In her ingeniously structured debut collection, If the Body Allows It (University of Nebraska Press, September 2020), Megan Cummins intersperses stories about the book’s protagonist, Marie, with pieces the character herself has written. Marie’s attempt to reckon with both her autoimmune disease and the death of her father, who struggled with addiction, flickers throughout the fictions she writes; in many of them characters face the disconnect between their lives and the lives they imagined for themselves. (“But I was always falling in love with a future that required more heart than I had,” says one character.) Cummins’s resulting collection, which is by turns humorous and poignant, depicts how guilt and regret can warp how we understand and write about one another and ourselves.
Cummins submits to magazines when she connects so much with its contents that a piece pops into her head months later. She recalls being captivated by the work of Jericho Brown, Sara Majka, and D. Wystan Owen in early issues of A Public Space, which published her first print story, “We Are Holding Our Own,” in 2013. Cummins later went on to become the managing editor of the publication, which is based in Brooklyn, New York, comes out three times a year, and is part of a larger nonprofit that, under the leadership of Brigid Hughes, also publishes books. Cummins spent several months intensively revising and learning how to scrutinize her story with Yiyun Li, a contributing editor of the nonprofit. (“I had to find a way to allow for a character’s confusion about himself and his identity but not allow for my confusion as a writer in the crafting of that character,” Cummins says.) A recent issue of the magazine featured woodcuts by Zarina, fiction by Jamel Brinkley, nonfiction by Taylor Plimpton, and poetry by Yanyi. Magazine submissions are open until April 15.
In 2013, Cummins came across One Teen Story, which at the time published young adult stories written by adults, including many authors Cummins admires: Aimee Bender, Francesca Lia Block, Julie Buntin, and Michelle Hart. One Teen Story now only publishes teen writers, and, like its sister journal, One Story, prints small-pamphlet issues that include a single story. “What I admire most about the journal, then and now, is that each story captures a different intensity about being young,” says Cummins, who published her story “Aerosol” with One Teen Story in 2016. The journal comes out around three times a year and is open to submissions for its Teen Writing Contest until November 20; the winners will receive $500 and publication.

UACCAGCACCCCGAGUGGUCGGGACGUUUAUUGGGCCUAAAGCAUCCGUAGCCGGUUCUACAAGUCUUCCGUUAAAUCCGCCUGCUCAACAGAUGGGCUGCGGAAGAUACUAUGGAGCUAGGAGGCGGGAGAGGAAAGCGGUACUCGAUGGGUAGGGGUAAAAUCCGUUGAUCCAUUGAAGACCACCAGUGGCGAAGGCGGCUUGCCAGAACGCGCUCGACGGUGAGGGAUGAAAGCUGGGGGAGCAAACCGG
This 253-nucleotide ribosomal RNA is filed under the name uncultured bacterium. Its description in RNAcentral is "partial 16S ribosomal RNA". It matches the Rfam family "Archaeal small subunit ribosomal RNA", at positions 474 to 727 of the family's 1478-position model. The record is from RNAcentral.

“You can lose track of time for hours, exploring all kinds of writing,” says Cummins of Guernica, the volunteer-run online magazine of politics and arts that regularly publishes poetry, fiction, nonfiction, reportage, interviews, and more. In 2016, Cummins published an essay about her father’s death and her diagnosis with systemic lupus with the outlet; her experience editing the piece with Jonathan Lee, a contributing editor at the time, led her to the structure of If the Body Allows It, as well as one of its through lines, the connection between autoimmunity and guilt. Fittingly, Guernica also ran a story from Cummins’s book, “Flour Baby,” in September. Submissions in all genres are open via Submittable.
Cummins was drawn to Joyland, which bills itself as a “journal in multiple time zones,” in part for its focus on place. “When I write, place itself becomes a source of conflict, sometimes without my realizing it at first,” she says. “Characters want to stay or go. They want the place to be like it used to be, or like it never was.” Cummins published the book’s final story in Joyland, where editor Kyle Lucia Wu encouraged her to be “clear and bold.” Wu is one of several editors at the journal; in 2020 editor in chief Michelle Lyn King relaunched Joyland, and in an effort to ensure it was “not a journal just for those in New York City, Los Angeles, or even the United States,” brought on more than ten new editors based in Baltimore, Honolulu, London, Mumbai, and Toronto, among other cities. The journal publishes fiction and nonfiction at least once a week online and organizes its work by region. Submissions are open year-round in all genres via Submittable.
Taking inspiration from the “Joycean idea that an epiphany is the moment when ‘the soul of the commonest object…seems to us radiant,’” the biannual Epiphany has published poetry, fiction, nonfiction, and art since 2001. “I get the sense the editors are looking for work that thrills and challenges them, without preconceived notions of what they want,” says Cummins, whose story “Skin” was posted on Epiphany’s website in early September. The most recent issue of Epiphany centers on borders and features work by Roy G. Guzmán, Kimiko Hahn, and Lena Valencia, among others. Submissions are open in all genres via Submittable until November 15.
Dana Isokawa is the senior editor of Poets & Writers Magazine.